Quantitative Momentum Research: Short-Term Return Reversal
Fads, Martingales, and Market Efficiency
- A version of the paper can be found here.
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Predictable variation in equity returns might reflect either (1) predictable changes in expected returns or (2) market inefficiency and stock price “overreaction.” These explanations can be distinguished by examining returns over short time intervals since systematic changes in fundamental valuation over intervals like a week should not occur in efficient markets. The evidence suggests that the “winners” and “losers” one week experience sizable return reversals the next week in a way that reflects apparent arbitrage profits which persist after corrections for bid-ask spreads and plausible transactions costs. This probably reflects inefficiency in the market for liquidity around large changes.
Lehmann(1990) rejects the efficient markets hypothesis (EMH) by pointing out that stock prices exhibit short-term intervals (weekly horizon).
Lehmann(1990) shows there are short-term arbitrage opportunities using momentum. The main findings are as follows:
- “Winners” and “Losers” experience sizable return reversals the next week.
- Table II shows that portfolios of securities that had positive returns (winners) in the prior week typically had negative returns in the next week (-0.35% to -0.55% per week on average), while those with negative returns (losers) in the prior week typically had positive returns in the next week (0.86% to 1.24% per week on average).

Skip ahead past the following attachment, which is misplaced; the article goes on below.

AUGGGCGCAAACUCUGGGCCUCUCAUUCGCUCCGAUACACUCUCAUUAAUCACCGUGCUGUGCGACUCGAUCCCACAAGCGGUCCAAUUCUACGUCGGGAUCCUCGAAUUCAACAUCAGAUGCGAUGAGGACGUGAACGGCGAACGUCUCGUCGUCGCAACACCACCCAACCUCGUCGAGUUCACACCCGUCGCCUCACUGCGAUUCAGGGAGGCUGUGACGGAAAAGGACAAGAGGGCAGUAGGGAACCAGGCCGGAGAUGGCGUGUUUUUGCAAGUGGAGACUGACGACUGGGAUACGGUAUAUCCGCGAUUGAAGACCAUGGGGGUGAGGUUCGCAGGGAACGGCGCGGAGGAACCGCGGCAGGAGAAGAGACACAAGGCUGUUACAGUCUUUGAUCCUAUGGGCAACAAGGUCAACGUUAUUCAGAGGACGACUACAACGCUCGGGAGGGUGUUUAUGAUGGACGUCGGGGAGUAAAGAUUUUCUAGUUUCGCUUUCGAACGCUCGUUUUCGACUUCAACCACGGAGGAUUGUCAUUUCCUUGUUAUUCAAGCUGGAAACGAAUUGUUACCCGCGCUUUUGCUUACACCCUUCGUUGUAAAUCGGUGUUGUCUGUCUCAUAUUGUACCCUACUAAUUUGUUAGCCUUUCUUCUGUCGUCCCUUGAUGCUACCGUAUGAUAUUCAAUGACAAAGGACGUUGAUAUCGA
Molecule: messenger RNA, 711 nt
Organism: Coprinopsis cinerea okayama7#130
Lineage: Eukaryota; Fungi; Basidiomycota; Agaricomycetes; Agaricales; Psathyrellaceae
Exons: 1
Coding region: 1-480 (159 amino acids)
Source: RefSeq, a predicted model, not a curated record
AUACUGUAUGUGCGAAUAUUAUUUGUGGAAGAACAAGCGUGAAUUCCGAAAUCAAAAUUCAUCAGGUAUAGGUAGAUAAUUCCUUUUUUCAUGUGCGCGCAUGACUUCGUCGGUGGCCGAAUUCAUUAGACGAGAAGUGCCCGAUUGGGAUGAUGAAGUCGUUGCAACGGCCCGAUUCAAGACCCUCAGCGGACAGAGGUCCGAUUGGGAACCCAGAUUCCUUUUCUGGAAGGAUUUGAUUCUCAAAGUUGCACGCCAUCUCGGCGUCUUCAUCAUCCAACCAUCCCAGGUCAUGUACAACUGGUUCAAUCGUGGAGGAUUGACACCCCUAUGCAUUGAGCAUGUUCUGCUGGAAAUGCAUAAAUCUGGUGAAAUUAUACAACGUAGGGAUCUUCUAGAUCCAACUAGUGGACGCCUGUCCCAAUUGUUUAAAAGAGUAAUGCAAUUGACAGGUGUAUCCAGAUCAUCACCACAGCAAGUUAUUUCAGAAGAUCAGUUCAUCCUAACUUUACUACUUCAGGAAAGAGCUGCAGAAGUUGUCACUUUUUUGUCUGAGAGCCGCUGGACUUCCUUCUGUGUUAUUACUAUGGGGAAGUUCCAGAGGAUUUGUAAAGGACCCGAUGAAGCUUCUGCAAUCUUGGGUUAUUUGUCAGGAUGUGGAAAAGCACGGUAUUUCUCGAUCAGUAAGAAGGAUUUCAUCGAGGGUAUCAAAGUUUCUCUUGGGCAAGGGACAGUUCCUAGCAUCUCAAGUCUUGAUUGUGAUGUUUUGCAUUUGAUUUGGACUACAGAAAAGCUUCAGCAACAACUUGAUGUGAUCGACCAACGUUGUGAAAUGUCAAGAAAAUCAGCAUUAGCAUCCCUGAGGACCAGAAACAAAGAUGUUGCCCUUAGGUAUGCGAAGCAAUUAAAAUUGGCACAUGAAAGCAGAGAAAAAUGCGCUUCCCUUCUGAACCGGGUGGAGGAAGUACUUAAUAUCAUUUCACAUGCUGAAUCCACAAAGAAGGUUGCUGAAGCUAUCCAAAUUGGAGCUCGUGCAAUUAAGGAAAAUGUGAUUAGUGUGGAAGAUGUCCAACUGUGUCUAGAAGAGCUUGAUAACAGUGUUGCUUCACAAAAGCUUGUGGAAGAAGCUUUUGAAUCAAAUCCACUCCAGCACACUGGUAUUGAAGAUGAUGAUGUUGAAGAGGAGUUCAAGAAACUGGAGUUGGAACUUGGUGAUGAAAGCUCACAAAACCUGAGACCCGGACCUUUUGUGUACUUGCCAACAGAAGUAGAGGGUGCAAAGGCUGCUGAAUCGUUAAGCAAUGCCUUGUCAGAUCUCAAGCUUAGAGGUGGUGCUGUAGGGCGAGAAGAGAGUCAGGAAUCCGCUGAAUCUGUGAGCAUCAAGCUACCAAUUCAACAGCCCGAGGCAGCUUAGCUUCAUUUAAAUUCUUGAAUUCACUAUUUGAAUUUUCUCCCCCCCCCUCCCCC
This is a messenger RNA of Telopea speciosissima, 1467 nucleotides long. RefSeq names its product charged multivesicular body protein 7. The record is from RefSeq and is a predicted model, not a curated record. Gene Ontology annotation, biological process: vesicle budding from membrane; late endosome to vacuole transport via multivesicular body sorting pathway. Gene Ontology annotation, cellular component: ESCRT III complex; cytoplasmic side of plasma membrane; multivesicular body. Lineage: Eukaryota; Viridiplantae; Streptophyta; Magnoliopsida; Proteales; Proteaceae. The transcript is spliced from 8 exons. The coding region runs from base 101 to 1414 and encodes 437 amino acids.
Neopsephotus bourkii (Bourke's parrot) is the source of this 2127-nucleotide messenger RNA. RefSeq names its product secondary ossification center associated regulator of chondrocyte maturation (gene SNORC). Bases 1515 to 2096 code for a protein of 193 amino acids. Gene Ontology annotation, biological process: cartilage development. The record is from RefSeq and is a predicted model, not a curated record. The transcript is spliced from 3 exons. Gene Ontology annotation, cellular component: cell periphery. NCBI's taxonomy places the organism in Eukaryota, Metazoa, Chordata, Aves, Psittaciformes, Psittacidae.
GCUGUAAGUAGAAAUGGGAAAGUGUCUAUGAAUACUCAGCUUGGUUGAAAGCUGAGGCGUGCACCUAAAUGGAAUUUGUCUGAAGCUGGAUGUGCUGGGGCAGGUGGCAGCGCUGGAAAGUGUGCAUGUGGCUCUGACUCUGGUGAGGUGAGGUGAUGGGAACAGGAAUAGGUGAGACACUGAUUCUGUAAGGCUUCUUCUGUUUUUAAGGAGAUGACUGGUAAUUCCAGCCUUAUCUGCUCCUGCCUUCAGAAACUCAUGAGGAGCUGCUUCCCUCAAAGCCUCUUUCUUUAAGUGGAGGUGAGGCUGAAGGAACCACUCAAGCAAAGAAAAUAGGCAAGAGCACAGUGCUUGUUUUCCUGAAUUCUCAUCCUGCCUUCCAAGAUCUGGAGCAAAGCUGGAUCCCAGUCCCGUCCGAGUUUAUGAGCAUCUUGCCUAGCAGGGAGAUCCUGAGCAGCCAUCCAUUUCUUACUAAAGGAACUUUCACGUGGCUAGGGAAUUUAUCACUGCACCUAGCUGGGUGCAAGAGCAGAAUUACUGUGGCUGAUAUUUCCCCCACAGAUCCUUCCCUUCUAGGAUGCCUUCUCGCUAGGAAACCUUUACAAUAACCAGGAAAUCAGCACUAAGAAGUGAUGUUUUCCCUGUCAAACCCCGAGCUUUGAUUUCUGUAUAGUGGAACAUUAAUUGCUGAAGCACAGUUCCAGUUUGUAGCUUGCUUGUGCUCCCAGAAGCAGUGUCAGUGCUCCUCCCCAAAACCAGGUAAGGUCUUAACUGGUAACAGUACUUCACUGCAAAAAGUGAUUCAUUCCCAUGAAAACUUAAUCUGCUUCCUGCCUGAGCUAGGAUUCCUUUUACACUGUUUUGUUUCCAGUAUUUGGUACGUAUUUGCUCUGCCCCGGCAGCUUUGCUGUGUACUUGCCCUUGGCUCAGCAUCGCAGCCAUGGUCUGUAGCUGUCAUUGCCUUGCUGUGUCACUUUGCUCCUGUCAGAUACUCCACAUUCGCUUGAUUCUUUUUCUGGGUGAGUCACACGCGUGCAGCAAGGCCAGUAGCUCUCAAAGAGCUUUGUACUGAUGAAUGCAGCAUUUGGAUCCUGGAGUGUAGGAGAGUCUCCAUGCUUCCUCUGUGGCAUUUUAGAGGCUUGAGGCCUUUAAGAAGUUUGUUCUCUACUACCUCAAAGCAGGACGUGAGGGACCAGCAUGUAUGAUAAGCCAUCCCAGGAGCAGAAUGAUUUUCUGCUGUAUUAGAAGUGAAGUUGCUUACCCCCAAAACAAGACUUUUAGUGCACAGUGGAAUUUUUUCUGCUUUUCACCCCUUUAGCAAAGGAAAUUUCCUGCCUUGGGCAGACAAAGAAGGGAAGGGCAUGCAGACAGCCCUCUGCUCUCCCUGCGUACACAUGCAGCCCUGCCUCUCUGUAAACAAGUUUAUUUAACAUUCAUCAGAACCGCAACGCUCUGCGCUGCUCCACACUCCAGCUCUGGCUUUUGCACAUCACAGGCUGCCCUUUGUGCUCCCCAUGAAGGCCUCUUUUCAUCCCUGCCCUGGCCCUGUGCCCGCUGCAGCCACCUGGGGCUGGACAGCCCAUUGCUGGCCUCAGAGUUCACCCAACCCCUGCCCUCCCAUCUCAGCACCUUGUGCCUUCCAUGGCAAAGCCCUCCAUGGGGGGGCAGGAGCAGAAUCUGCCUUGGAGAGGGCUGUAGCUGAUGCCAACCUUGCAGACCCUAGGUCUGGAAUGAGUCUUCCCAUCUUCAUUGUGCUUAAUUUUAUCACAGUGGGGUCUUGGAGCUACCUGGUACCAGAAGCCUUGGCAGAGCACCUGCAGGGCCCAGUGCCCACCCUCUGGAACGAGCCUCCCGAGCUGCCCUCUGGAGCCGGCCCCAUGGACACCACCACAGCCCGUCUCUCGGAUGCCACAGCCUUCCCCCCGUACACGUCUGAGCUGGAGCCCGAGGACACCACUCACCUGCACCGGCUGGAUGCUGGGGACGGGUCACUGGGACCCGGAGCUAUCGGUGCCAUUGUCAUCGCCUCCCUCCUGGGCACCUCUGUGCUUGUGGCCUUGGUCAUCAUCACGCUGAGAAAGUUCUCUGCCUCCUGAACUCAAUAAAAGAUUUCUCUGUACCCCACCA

- “Contrarian strategies” (buying past losers and selling past winners) generate abnormal returns of over 2% per month.
Overall, Lehmann (1990) believes that investors’ cognitive bias lead to market inefficiency and short-term return reversals.
Similar with Lehmann (1990), Jegadeesh (1990) also demonstrates the short-term reversal effect (monthly horizon).
This finding (and Jegadeesh 1990) is why academics generally use 2-12 momentum (last 12-month returns, excluding the previous month) when examining intermediate-term momentum (last 12-month returns) effect on stock prices.
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